23 Oct Raging About Roads: Volume 1
Fair warning: this is going to be a rant.
I was biking up to my father’s for brunch one weekend morning earlier this summer. I was feeling pretty good about myself for making it up a steep hill without needing to get off and walk my bike (#smallvictories) when I saw something that set my teeth on edge. It got me foaming at the mouth, my blood boiling. I was fit to be tied, ready to fly off the handle and go off the deep end. Every fuse and gasket was blown. What set me off was this:
Not all that dramatic, I know. You might be wondering what in this image could possibly offend. If you live in cities like London or Prague, pedestrian island connections are a dime a dozen. If you live in cities like mine, Toronto, where they are much rarer, you might be thinking we need more streets with pedestrian-friendly infrastructure like this. And I agree, we absolutely do. I love pedestrian islands, though this one could use some pavement markings on the road to indicate to cars that pedestrians cross here. No, it’s not the island that got me steamed. It’s the barriers and railings surrounding the island that really got my goat.
If you’re familiar with 8 80 Cities, then you most likely know our position that streets are not nearly safe enough for vulnerable road users. Too many city streets prioritize the needs of motorists over the needs of pedestrians, cyclists, and public transit. The focus sadly tends to be about moving as many private automobiles as possible, as fast as possible. We advocate for roadways that are designed for all users, all ages, and all abilities. We support efforts to reduce speed limits and encourage cities to adopt traffic calming measures that save lives. The conversations we have with elected officials, transportation engineers, local businesses and community members around these issues are never easy. Change is hard. For seventy years cities had one idea of what roads were supposed to do, who they were supposed to be for. For decades, we trained everyone to think only of the car. It’s no wonder we face opposition and struggle to get cities to acknowledge there even is a problem with our streets to begin with!
Which brings me back to my bike ride, the pedestrian island, and the barriers and railings. The island was installed a few years ago, which tells me the city recognized the street was unsafe. So far, so good. They saw that a major recreational pathway, the Beltline Trail, used by thousands and thousands of pedestrians and cyclists, intersects this street and they correctly identified that better infrastructure was needed to protect those road users. Still good. Then, they got worried that a pedestrian island alone would not be enough to secure their safety. After all, cars travel at very high speeds along this street, up to 60km per hour. And it’s here that they erred. Rather than trying to address the core safety concern, i.e. cars moving too quickly through a major recreational trail, the city decided to it was easier to ensconce pedestrians in armour. Instead of pursuing any number of infrastructure improvements that would slow traffic down and greatly reduce the possibility of a vehicle hitting that pedestrian island, the city said ‘Nah, we’re keeping cars moving at dangerous speeds. Let’s put up railings and pen vulnerable road users in instead’. Apparently, that’s safety.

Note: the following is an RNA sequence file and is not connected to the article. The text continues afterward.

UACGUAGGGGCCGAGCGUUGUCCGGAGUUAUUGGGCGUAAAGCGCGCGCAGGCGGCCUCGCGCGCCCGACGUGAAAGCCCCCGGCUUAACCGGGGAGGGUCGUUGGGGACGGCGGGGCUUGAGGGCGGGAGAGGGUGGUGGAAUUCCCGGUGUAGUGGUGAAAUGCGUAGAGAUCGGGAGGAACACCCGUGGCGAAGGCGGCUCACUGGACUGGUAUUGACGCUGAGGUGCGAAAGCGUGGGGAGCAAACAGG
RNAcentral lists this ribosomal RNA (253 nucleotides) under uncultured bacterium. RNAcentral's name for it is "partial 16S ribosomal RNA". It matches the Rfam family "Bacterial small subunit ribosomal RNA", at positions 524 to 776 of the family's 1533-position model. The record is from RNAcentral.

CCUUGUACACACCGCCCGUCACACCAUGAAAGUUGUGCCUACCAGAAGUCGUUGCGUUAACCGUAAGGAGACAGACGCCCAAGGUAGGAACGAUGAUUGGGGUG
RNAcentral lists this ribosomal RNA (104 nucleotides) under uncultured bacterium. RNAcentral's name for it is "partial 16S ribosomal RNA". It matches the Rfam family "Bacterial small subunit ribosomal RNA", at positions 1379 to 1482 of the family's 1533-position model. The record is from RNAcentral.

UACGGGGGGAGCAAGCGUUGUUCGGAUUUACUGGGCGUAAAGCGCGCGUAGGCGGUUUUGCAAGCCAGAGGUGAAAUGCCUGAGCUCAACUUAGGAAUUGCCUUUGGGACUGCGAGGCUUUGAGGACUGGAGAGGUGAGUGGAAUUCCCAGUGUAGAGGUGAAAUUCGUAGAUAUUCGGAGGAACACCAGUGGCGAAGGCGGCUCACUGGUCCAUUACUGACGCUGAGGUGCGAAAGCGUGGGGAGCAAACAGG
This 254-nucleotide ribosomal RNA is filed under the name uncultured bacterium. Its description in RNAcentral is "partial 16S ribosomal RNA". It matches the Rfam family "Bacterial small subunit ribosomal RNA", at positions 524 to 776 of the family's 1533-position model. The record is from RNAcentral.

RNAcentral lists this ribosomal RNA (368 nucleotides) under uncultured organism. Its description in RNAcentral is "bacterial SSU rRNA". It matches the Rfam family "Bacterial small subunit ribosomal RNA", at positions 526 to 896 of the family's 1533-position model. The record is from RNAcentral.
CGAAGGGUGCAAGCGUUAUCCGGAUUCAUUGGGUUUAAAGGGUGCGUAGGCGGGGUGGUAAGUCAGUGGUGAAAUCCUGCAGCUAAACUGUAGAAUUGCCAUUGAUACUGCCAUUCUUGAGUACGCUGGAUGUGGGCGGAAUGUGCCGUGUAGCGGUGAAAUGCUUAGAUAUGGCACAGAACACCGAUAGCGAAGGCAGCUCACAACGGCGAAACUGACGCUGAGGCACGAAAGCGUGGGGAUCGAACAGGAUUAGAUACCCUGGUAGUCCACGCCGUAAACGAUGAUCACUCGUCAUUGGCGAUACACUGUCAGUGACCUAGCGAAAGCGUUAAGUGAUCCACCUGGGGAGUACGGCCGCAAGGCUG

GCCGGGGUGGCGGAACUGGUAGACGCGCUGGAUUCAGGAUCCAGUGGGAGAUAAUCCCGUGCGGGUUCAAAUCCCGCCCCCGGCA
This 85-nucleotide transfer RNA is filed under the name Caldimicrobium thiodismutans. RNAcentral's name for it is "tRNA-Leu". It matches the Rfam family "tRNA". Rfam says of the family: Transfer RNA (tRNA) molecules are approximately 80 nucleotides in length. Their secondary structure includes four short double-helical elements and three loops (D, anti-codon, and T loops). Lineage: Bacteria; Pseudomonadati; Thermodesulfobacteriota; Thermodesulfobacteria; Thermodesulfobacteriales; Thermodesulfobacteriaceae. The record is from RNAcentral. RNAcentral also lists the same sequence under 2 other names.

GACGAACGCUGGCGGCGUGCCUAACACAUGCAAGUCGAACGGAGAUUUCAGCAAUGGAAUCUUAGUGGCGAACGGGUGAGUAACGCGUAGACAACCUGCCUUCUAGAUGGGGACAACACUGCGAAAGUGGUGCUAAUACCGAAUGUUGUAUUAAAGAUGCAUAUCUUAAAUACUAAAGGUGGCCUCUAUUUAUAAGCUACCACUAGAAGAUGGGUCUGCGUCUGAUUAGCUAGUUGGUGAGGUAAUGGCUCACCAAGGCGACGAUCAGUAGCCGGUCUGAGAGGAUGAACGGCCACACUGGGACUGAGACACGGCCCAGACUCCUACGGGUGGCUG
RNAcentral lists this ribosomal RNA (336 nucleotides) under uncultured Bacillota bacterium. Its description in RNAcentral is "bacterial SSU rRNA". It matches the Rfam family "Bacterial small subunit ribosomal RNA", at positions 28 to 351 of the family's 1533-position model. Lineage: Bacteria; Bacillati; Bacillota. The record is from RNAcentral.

As I mentioned, we often are in situations where we’re fighting for better streets against deeply-held entrenched beliefs. It can be difficult, but it is understandable. We’re trying to change a lifetime of habits. The fight can be frustrating, but it’s one worth having. It’s one I think we’re winning, slowly, yet surely. What pissed me off so much about those barriers and railings is that this was not a case where the city was unaware of a safety issue. This was a situation where the city knew a street was unsafe for children, for the elderly, for cyclists and pedestrians. They knew changes had to be made. And they chickened out. They refused to address the real cause of danger, allowed cars to continue to travel at unsafe speeds, and gave everyone else some iron bars as protection. It’s akin to owning a building that’s a fire hazard and instead of upgrading the building, you give tenants fireproof vests. Every time our cities ignore the real issue by putting up railings next to sidewalks or installing signs asking drivers to slow down or reducing speed limits without changing the infrastructure of our roads, they’re handing out fireproof vests. They see a problem and refuse to take the more politically challenging path and properly address it. I can understand ignoring an issue you don’t recognize as a problem. But seeing a problem, accepting there are serious safety concerns, and then doing nothing to address the root causes of those concerns? That’s unconscionable.